Abbey Barnard

Meet...Abbey Barnard

Fundamental particles and interactions
Particle Physics

We work among extraordinary people doing extraordinary things; get to know some of them by reading these quick-fire interviews.

Name: Abbey Barnard
Job title: Graduate student, Particle Physics

What are you currently working on?
I am a first-year Particle Physics DPhil student in the Accelerator Neutrino group, working on the Micro Booster Neutrino Experiment (MicroBooNE) at the Fermi National Accelerator Laboratory (Fermilab) near Chicago, Illinois. MicroBooNE is a bus-sized particle detector filled with liquid argon, designed to detect neutrinos: tiny, almost massless particles that barely interact with the world around them.

There are three ‘flavours’ of neutrino: electron, muon, and tau. Neutrinos can change flavour as they move through space, a phenomenon known as oscillation. New experiments, such as the Deep Underground Neutrino Experiment (DUNE) in the United States, are being built to study neutrino oscillation in greater detail than ever before. These experiments aim to answer fundamental questions, such as why there is more matter than antimatter in the universe. Like MicroBooNE, DUNE will also use liquid argon to detect neutrinos.

For DUNE to make precise measurements, it must have a good understanding of neutrino-argon interactions. This is where my research comes in. I am focused on enhancing our knowledge of electron neutrino interactions with argon using data from MicroBooNE, which is crucial for DUNE's success in answering these important questions.

Describe a typical day
One of the things I enjoy most about being a graduate student is that every day is different! My ‘typical’ day almost always starts with coffee (in true graduate student fashion), either at home in the Keble graduate centre or my office just across the road. After that, I quickly check on the progress of my production campaigns. In addition to my analysis work, I contribute to MicroBooNE through a 'service task' that supports various other aspects of the experiment. Specifically, I work as a production manager, creating data samples that other scientists in the experiment use for their research. Once this is done, I continue where I left off the previous day on my research project.

After enjoying a Co-op meal deal for lunch, I join various online MicroBooNE meetings, including general meetings, service work discussions, and cross-section working group sessions. These meetings are essential for staying up to date on the Collaboration's progress and learning about what other collaborators are working on. Within the Physics Department, we have weekly particle physics seminars covering all areas of the field, along with an Accelerator Neutrino group meeting. After nattering with the other graduate students, my supervisor, and the postdocs in my group, I head home to spend my evening reading, at the gym, or with my college friends in our Middle Common Room.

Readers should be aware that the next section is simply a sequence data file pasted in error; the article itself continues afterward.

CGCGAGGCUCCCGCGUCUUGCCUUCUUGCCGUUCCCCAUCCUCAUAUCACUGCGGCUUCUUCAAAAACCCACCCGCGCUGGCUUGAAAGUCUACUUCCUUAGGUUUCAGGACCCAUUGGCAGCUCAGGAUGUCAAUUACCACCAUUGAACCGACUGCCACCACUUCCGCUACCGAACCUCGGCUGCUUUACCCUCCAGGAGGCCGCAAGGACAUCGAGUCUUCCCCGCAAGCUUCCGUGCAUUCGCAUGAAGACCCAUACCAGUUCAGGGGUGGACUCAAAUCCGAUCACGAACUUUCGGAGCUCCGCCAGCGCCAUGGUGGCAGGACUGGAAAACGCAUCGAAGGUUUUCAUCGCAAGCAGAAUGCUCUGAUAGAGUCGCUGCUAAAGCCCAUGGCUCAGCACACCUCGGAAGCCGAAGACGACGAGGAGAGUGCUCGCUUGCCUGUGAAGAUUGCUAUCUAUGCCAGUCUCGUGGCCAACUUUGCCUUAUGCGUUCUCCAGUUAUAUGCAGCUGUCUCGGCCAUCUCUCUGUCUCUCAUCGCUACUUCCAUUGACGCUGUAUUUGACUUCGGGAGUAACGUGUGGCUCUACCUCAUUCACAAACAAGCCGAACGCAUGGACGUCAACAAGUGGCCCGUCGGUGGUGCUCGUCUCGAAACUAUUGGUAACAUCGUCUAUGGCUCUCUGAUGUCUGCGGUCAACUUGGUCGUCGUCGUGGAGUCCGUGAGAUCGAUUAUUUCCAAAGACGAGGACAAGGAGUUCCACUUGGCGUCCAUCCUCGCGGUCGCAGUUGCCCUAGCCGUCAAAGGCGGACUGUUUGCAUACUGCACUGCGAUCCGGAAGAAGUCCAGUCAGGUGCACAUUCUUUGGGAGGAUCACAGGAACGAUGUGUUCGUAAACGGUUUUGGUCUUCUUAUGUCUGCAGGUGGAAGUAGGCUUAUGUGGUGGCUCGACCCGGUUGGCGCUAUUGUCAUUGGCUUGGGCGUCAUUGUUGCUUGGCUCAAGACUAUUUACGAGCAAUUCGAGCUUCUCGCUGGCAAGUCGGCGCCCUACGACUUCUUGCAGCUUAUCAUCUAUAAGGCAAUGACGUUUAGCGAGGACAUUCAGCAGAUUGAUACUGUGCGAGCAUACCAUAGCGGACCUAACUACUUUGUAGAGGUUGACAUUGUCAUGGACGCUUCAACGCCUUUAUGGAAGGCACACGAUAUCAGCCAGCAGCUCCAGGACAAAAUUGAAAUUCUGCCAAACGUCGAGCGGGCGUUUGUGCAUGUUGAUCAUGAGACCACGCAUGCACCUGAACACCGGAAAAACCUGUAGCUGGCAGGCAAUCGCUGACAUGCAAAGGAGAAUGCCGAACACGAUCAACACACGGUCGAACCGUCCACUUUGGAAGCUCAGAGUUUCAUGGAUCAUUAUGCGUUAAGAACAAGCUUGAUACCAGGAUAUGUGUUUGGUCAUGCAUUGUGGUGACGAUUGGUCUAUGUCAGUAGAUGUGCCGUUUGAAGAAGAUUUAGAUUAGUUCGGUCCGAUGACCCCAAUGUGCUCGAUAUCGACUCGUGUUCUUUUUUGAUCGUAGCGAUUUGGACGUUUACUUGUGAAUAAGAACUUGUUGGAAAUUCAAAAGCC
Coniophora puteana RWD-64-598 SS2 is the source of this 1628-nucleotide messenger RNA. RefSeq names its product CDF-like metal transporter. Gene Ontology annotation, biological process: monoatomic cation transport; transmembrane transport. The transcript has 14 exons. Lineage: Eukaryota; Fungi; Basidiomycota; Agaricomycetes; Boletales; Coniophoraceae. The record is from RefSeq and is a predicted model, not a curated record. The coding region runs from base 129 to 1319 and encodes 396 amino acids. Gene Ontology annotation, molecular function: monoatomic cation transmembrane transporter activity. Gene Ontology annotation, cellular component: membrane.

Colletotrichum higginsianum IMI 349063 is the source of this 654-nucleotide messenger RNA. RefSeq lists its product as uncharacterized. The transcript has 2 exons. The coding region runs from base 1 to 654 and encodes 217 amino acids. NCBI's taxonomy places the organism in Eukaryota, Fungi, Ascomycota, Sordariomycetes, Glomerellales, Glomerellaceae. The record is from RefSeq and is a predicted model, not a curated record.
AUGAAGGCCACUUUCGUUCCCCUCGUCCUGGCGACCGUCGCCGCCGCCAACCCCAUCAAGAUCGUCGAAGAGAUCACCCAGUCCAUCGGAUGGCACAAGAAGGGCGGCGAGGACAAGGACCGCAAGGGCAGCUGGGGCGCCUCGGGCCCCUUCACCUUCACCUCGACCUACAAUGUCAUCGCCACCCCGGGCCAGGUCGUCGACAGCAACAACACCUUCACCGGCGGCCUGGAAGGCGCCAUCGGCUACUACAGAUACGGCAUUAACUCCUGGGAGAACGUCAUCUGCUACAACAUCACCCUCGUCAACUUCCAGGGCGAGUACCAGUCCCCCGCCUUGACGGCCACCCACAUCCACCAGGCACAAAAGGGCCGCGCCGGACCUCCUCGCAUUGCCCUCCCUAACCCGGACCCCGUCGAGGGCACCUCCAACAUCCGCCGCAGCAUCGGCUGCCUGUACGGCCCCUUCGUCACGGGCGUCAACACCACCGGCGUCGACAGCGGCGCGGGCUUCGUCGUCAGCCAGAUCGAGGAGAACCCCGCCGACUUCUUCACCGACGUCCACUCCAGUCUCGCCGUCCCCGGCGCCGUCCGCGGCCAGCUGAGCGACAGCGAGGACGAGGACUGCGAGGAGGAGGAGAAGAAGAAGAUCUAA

If you had an entire day at your disposal (not at work/studying), what would be your ideal way to spend it? 
My ideal day would begin with a lie-in! After that, I would like to spend a full day in London, a city I am eager to explore further now that I live nearby. Since visiting America for the first time recently, I have been missing some of the staples there. I would love to grab a Dunkin’ coffee and wander around one of London’s many parks, followed by some food from Camden Market.

What is your favourite place in Oxford?
My favourite place in Oxford is my college, Keble! It feels very homely, and its red-brick architecture reminds me of Manchester, where I grew up. On sunny days, it is the perfect spot to have a coffee and take a break from work (especially with friends).

Plan B: what would you be if you weren’t doing the job you are currently doing? 
If I weren’t a graduate student, I would love to be a pilot – quite a different path from what I am doing now! Funnily enough, I used to be quite frightened of flying when I was younger, but I grew to love it as I got older. Fortunately, particle physics is extremely international, so I get to travel a lot now, even if I am not in the pilot’s seat!